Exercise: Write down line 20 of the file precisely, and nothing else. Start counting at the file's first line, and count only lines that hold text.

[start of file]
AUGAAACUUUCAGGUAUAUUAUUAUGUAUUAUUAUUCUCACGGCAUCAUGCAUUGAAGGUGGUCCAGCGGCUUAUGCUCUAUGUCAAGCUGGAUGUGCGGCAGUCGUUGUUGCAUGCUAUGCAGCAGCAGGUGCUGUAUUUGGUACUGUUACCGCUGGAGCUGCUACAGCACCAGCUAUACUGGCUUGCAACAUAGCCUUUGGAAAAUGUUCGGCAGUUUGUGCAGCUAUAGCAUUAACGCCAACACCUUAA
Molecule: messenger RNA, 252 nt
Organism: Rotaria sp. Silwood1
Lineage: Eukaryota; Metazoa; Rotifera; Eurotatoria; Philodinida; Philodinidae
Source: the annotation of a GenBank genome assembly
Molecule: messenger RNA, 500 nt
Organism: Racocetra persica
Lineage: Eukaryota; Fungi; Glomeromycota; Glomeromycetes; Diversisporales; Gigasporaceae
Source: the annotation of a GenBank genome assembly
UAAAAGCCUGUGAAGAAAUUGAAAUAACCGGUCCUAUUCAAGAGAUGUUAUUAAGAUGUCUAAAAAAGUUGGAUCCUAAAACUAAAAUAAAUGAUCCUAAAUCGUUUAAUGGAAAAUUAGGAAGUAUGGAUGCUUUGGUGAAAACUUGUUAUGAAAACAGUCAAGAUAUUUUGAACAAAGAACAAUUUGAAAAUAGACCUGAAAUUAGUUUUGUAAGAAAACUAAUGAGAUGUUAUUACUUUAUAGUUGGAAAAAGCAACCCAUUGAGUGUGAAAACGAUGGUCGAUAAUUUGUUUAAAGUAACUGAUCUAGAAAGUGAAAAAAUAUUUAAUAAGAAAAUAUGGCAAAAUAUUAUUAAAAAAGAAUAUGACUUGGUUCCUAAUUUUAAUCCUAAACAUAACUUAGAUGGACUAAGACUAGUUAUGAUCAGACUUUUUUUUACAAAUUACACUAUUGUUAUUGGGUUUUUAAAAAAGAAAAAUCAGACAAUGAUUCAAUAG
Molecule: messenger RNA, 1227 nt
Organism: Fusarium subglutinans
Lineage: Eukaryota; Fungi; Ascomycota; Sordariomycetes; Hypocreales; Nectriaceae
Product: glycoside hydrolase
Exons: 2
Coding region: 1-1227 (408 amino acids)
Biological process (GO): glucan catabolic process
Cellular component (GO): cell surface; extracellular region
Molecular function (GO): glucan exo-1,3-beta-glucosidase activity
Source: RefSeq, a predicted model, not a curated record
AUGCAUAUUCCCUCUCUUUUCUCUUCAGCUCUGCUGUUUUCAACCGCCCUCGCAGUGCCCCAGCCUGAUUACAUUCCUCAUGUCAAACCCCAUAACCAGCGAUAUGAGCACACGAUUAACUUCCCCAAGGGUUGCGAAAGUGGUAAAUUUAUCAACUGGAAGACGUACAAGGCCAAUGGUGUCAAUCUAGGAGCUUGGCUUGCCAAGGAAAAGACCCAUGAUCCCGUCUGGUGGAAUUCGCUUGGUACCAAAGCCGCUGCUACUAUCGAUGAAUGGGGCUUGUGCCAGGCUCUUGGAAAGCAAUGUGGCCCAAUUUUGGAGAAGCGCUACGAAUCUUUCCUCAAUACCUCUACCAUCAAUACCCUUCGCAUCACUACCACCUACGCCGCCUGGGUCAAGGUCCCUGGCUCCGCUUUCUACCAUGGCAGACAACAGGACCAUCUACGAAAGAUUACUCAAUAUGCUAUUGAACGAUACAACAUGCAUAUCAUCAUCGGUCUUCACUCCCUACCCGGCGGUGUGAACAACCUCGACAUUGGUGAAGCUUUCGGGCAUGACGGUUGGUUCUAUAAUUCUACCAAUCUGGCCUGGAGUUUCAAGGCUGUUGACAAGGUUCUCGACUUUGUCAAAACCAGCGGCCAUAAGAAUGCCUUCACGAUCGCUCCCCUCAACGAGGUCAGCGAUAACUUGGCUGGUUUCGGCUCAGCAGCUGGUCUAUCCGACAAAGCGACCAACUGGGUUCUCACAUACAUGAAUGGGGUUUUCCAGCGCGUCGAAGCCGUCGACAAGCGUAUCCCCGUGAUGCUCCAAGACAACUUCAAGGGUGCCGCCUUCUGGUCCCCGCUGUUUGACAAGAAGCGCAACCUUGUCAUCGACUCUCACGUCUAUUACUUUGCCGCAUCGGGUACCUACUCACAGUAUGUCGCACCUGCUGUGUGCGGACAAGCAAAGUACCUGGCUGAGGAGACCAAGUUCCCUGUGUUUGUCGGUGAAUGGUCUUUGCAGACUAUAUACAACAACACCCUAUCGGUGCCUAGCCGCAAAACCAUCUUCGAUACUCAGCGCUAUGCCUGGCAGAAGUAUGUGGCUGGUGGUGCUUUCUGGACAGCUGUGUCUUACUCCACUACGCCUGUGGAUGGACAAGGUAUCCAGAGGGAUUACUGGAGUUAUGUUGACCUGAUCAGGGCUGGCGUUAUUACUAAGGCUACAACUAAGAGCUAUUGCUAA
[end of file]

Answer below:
Source: RefSeq, a predicted model, not a curated record